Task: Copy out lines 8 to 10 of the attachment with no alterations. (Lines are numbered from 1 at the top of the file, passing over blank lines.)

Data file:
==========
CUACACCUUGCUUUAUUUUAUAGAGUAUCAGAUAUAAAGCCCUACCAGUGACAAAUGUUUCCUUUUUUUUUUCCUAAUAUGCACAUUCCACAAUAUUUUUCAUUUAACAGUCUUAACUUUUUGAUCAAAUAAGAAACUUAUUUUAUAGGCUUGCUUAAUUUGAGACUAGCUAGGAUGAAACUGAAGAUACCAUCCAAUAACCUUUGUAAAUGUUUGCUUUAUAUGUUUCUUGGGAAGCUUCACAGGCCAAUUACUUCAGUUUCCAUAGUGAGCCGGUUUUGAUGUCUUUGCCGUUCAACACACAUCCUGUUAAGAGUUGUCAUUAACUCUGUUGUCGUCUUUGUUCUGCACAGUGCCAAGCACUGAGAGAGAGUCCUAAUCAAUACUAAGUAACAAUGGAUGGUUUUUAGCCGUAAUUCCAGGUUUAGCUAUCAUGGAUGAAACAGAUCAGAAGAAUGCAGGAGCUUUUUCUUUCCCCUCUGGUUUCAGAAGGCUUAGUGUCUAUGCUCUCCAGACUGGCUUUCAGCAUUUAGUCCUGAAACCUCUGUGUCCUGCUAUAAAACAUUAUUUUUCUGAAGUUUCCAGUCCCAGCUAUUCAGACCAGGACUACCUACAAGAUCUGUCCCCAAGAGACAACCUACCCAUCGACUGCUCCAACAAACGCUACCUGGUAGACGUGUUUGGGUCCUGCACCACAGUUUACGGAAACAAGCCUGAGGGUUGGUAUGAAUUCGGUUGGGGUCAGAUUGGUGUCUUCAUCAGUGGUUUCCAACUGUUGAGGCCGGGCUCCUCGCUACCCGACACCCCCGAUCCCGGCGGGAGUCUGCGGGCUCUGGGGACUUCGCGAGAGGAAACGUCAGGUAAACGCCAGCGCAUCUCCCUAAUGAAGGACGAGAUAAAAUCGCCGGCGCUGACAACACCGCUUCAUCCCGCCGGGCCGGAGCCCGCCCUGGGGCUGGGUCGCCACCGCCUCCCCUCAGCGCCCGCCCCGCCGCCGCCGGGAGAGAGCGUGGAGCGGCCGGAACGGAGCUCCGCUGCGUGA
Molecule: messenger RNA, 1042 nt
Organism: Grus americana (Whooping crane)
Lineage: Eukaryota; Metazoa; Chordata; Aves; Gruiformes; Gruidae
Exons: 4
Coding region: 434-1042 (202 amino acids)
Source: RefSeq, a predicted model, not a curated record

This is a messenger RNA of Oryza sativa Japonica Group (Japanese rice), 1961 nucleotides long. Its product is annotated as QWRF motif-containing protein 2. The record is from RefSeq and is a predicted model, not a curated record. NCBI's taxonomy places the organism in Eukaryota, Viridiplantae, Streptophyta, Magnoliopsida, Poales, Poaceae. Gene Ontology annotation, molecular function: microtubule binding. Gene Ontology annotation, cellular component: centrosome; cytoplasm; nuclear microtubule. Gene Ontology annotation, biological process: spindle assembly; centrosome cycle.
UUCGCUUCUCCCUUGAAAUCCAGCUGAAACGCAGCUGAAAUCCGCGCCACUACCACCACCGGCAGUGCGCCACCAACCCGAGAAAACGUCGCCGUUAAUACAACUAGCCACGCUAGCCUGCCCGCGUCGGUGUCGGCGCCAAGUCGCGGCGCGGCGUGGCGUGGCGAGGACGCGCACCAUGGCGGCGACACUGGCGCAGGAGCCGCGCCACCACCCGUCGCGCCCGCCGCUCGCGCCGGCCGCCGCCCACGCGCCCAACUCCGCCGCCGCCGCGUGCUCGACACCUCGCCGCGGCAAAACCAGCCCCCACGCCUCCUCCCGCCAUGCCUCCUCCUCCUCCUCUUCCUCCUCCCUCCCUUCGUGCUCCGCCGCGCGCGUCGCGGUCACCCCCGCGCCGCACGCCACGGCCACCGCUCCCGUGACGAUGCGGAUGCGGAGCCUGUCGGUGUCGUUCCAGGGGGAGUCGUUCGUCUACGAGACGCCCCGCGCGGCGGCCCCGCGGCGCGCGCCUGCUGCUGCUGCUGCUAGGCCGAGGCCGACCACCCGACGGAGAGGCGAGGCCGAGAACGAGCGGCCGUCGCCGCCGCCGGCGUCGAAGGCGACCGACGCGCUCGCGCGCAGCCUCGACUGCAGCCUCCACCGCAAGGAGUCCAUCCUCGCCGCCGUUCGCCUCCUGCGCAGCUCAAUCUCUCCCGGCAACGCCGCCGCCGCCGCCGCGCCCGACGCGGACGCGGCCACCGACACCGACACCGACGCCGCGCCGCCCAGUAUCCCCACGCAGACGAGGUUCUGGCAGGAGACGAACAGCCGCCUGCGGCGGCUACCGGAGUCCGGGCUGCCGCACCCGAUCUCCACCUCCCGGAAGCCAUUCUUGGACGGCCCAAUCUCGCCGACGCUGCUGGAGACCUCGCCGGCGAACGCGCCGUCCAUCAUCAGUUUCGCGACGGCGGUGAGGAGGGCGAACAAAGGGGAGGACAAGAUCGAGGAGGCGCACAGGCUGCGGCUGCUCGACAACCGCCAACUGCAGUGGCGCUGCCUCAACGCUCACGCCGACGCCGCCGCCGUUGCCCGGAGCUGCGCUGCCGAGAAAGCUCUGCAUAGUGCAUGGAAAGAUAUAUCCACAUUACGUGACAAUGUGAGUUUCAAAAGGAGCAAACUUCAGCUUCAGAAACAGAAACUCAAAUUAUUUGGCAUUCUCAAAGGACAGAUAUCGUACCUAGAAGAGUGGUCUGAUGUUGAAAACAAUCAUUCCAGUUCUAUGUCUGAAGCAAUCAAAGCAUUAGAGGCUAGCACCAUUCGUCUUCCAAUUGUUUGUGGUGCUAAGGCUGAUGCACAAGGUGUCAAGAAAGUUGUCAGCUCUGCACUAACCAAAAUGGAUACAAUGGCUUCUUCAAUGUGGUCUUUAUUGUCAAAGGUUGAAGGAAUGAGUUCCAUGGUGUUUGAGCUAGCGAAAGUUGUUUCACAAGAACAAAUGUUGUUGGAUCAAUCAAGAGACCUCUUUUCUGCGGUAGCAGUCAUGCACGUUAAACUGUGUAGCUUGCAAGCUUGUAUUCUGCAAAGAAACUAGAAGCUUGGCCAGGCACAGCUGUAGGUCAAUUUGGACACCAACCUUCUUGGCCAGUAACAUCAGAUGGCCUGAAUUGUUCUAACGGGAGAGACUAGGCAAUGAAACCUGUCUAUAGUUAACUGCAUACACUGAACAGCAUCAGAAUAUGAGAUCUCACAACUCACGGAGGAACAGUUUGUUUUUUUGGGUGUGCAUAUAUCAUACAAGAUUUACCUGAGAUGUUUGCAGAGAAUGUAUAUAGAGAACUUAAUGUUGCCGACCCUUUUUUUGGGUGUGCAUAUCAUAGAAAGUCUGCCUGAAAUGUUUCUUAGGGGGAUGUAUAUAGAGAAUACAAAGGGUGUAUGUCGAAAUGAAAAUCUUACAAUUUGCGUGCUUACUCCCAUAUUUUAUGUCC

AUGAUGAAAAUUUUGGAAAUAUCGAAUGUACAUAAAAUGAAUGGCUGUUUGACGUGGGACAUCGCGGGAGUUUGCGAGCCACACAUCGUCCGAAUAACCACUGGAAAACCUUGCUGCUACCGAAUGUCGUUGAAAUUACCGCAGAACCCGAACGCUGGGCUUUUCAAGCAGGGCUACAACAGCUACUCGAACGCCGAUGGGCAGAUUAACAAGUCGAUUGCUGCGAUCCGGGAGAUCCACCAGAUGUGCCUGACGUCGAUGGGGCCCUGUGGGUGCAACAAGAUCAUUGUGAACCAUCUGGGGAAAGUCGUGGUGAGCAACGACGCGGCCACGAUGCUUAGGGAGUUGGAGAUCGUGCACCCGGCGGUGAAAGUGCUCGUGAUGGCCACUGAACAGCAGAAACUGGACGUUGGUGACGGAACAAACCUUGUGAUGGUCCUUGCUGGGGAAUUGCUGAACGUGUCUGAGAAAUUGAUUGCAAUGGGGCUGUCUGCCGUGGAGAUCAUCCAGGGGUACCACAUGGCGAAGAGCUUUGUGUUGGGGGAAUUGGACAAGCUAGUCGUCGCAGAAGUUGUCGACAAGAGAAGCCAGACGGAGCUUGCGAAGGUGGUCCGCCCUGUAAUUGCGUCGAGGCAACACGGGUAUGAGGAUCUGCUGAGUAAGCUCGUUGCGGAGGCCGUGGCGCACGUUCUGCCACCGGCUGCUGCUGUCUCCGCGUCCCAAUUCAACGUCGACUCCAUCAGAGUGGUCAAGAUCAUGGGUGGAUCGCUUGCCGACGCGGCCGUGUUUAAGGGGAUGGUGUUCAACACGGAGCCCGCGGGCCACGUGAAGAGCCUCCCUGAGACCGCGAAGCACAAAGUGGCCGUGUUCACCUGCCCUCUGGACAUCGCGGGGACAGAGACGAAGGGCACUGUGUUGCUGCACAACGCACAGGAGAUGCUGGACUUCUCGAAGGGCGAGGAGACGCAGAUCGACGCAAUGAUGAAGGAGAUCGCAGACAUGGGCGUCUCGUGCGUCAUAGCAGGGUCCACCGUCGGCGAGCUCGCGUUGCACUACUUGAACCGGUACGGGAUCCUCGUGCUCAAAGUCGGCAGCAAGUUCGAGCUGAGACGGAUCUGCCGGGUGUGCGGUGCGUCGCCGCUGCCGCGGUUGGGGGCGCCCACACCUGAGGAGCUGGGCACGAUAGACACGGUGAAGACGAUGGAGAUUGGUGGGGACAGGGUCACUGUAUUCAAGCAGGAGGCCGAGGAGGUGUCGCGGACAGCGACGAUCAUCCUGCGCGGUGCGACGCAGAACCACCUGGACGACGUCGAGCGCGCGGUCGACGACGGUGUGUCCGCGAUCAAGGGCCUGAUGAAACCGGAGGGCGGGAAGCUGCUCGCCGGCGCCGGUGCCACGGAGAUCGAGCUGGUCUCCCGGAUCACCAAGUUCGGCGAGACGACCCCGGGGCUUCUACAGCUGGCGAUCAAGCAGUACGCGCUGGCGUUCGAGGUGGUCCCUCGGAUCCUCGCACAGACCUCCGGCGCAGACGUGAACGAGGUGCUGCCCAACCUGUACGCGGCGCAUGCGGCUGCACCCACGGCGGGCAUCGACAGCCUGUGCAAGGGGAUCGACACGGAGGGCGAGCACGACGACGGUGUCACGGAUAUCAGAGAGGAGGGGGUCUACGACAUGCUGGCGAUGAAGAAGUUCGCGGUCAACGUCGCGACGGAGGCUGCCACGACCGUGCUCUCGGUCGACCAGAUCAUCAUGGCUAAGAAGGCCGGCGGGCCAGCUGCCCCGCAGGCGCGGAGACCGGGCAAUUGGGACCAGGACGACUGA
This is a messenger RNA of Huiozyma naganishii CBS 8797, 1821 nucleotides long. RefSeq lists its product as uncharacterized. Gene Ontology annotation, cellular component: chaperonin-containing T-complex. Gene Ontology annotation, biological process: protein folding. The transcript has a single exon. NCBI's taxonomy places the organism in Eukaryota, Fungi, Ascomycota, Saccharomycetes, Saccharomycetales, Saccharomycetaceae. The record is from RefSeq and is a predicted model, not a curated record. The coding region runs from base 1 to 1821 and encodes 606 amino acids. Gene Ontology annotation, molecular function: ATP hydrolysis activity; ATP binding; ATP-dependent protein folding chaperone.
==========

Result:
This is a messenger RNA of Oryza sativa Japonica Group (Japanese rice), 1961 nucleotides long. Its product is annotated as QWRF motif-containing protein 2. The record is from RefSeq and is a predicted model, not a curated record. NCBI's taxonomy places the organism in Eukaryota, Viridiplantae, Streptophyta, Magnoliopsida, Poales, Poaceae. Gene Ontology annotation, molecular function: microtubule binding. Gene Ontology annotation, cellular component: centrosome; cytoplasm; nuclear microtubule. Gene Ontology annotation, biological process: spindle assembly; centrosome cycle.
UUCGCUUCUCCCUUGAAAUCCAGCUGAAACGCAGCUGAAAUCCGCGCCACUACCACCACCGGCAGUGCGCCACCAACCCGAGAAAACGUCGCCGUUAAUACAACUAGCCACGCUAGCCUGCCCGCGUCGGUGUCGGCGCCAAGUCGCGGCGCGGCGUGGCGUGGCGAGGACGCGCACCAUGGCGGCGACACUGGCGCAGGAGCCGCGCCACCACCCGUCGCGCCCGCCGCUCGCGCCGGCCGCCGCCCACGCGCCCAACUCCGCCGCCGCCGCGUGCUCGACACCUCGCCGCGGCAAAACCAGCCCCCACGCCUCCUCCCGCCAUGCCUCCUCCUCCUCCUCUUCCUCCUCCCUCCCUUCGUGCUCCGCCGCGCGCGUCGCGGUCACCCCCGCGCCGCACGCCACGGCCACCGCUCCCGUGACGAUGCGGAUGCGGAGCCUGUCGGUGUCGUUCCAGGGGGAGUCGUUCGUCUACGAGACGCCCCGCGCGGCGGCCCCGCGGCGCGCGCCUGCUGCUGCUGCUGCUAGGCCGAGGCCGACCACCCGACGGAGAGGCGAGGCCGAGAACGAGCGGCCGUCGCCGCCGCCGGCGUCGAAGGCGACCGACGCGCUCGCGCGCAGCCUCGACUGCAGCCUCCACCGCAAGGAGUCCAUCCUCGCCGCCGUUCGCCUCCUGCGCAGCUCAAUCUCUCCCGGCAACGCCGCCGCCGCCGCCGCGCCCGACGCGGACGCGGCCACCGACACCGACACCGACGCCGCGCCGCCCAGUAUCCCCACGCAGACGAGGUUCUGGCAGGAGACGAACAGCCGCCUGCGGCGGCUACCGGAGUCCGGGCUGCCGCACCCGAUCUCCACCUCCCGGAAGCCAUUCUUGGACGGCCCAAUCUCGCCGACGCUGCUGGAGACCUCGCCGGCGAACGCGCCGUCCAUCAUCAGUUUCGCGACGGCGGUGAGGAGGGCGAACAAAGGGGAGGACAAGAUCGAGGAGGCGCACAGGCUGCGGCUGCUCGACAACCGCCAACUGCAGUGGCGCUGCCUCAACGCUCACGCCGACGCCGCCGCCGUUGCCCGGAGCUGCGCUGCCGAGAAAGCUCUGCAUAGUGCAUGGAAAGAUAUAUCCACAUUACGUGACAAUGUGAGUUUCAAAAGGAGCAAACUUCAGCUUCAGAAACAGAAACUCAAAUUAUUUGGCAUUCUCAAAGGACAGAUAUCGUACCUAGAAGAGUGGUCUGAUGUUGAAAACAAUCAUUCCAGUUCUAUGUCUGAAGCAAUCAAAGCAUUAGAGGCUAGCACCAUUCGUCUUCCAAUUGUUUGUGGUGCUAAGGCUGAUGCACAAGGUGUCAAGAAAGUUGUCAGCUCUGCACUAACCAAAAUGGAUACAAUGGCUUCUUCAAUGUGGUCUUUAUUGUCAAAGGUUGAAGGAAUGAGUUCCAUGGUGUUUGAGCUAGCGAAAGUUGUUUCACAAGAACAAAUGUUGUUGGAUCAAUCAAGAGACCUCUUUUCUGCGGUAGCAGUCAUGCACGUUAAACUGUGUAGCUUGCAAGCUUGUAUUCUGCAAAGAAACUAGAAGCUUGGCCAGGCACAGCUGUAGGUCAAUUUGGACACCAACCUUCUUGGCCAGUAACAUCAGAUGGCCUGAAUUGUUCUAACGGGAGAGACUAGGCAAUGAAACCUGUCUAUAGUUAACUGCAUACACUGAACAGCAUCAGAAUAUGAGAUCUCACAACUCACGGAGGAACAGUUUGUUUUUUUGGGUGUGCAUAUAUCAUACAAGAUUUACCUGAGAUGUUUGCAGAGAAUGUAUAUAGAGAACUUAAUGUUGCCGACCCUUUUUUUGGGUGUGCAUAUCAUAGAAAGUCUGCCUGAAAUGUUUCUUAGGGGGAUGUAUAUAGAGAAUACAAAGGGUGUAUGUCGAAAUGAAAAUCUUACAAUUUGCGUGCUUACUCCCAUAUUUUAUGUCC

AUGAUGAAAAUUUUGGAAAUAUCGAAUGUACAUAAAAUGAAUGGCUGUUUGACGUGGGACAUCGCGGGAGUUUGCGAGCCACACAUCGUCCGAAUAACCACUGGAAAACCUUGCUGCUACCGAAUGUCGUUGAAAUUACCGCAGAACCCGAACGCUGGGCUUUUCAAGCAGGGCUACAACAGCUACUCGAACGCCGAUGGGCAGAUUAACAAGUCGAUUGCUGCGAUCCGGGAGAUCCACCAGAUGUGCCUGACGUCGAUGGGGCCCUGUGGGUGCAACAAGAUCAUUGUGAACCAUCUGGGGAAAGUCGUGGUGAGCAACGACGCGGCCACGAUGCUUAGGGAGUUGGAGAUCGUGCACCCGGCGGUGAAAGUGCUCGUGAUGGCCACUGAACAGCAGAAACUGGACGUUGGUGACGGAACAAACCUUGUGAUGGUCCUUGCUGGGGAAUUGCUGAACGUGUCUGAGAAAUUGAUUGCAAUGGGGCUGUCUGCCGUGGAGAUCAUCCAGGGGUACCACAUGGCGAAGAGCUUUGUGUUGGGGGAAUUGGACAAGCUAGUCGUCGCAGAAGUUGUCGACAAGAGAAGCCAGACGGAGCUUGCGAAGGUGGUCCGCCCUGUAAUUGCGUCGAGGCAACACGGGUAUGAGGAUCUGCUGAGUAAGCUCGUUGCGGAGGCCGUGGCGCACGUUCUGCCACCGGCUGCUGCUGUCUCCGCGUCCCAAUUCAACGUCGACUCCAUCAGAGUGGUCAAGAUCAUGGGUGGAUCGCUUGCCGACGCGGCCGUGUUUAAGGGGAUGGUGUUCAACACGGAGCCCGCGGGCCACGUGAAGAGCCUCCCUGAGACCGCGAAGCACAAAGUGGCCGUGUUCACCUGCCCUCUGGACAUCGCGGGGACAGAGACGAAGGGCACUGUGUUGCUGCACAACGCACAGGAGAUGCUGGACUUCUCGAAGGGCGAGGAGACGCAGAUCGACGCAAUGAUGAAGGAGAUCGCAGACAUGGGCGUCUCGUGCGUCAUAGCAGGGUCCACCGUCGGCGAGCUCGCGUUGCACUACUUGAACCGGUACGGGAUCCUCGUGCUCAAAGUCGGCAGCAAGUUCGAGCUGAGACGGAUCUGCCGGGUGUGCGGUGCGUCGCCGCUGCCGCGGUUGGGGGCGCCCACACCUGAGGAGCUGGGCACGAUAGACACGGUGAAGACGAUGGAGAUUGGUGGGGACAGGGUCACUGUAUUCAAGCAGGAGGCCGAGGAGGUGUCGCGGACAGCGACGAUCAUCCUGCGCGGUGCGACGCAGAACCACCUGGACGACGUCGAGCGCGCGGUCGACGACGGUGUGUCCGCGAUCAAGGGCCUGAUGAAACCGGAGGGCGGGAAGCUGCUCGCCGGCGCCGGUGCCACGGAGAUCGAGCUGGUCUCCCGGAUCACCAAGUUCGGCGAGACGACCCCGGGGCUUCUACAGCUGGCGAUCAAGCAGUACGCGCUGGCGUUCGAGGUGGUCCCUCGGAUCCUCGCACAGACCUCCGGCGCAGACGUGAACGAGGUGCUGCCCAACCUGUACGCGGCGCAUGCGGCUGCACCCACGGCGGGCAUCGACAGCCUGUGCAAGGGGAUCGACACGGAGGGCGAGCACGACGACGGUGUCACGGAUAUCAGAGAGGAGGGGGUCUACGACAUGCUGGCGAUGAAGAAGUUCGCGGUCAACGUCGCGACGGAGGCUGCCACGACCGUGCUCUCGGUCGACCAGAUCAUCAUGGCUAAGAAGGCCGGCGGGCCAGCUGCCCCGCAGGCGCGGAGACCGGGCAAUUGGGACCAGGACGACUGA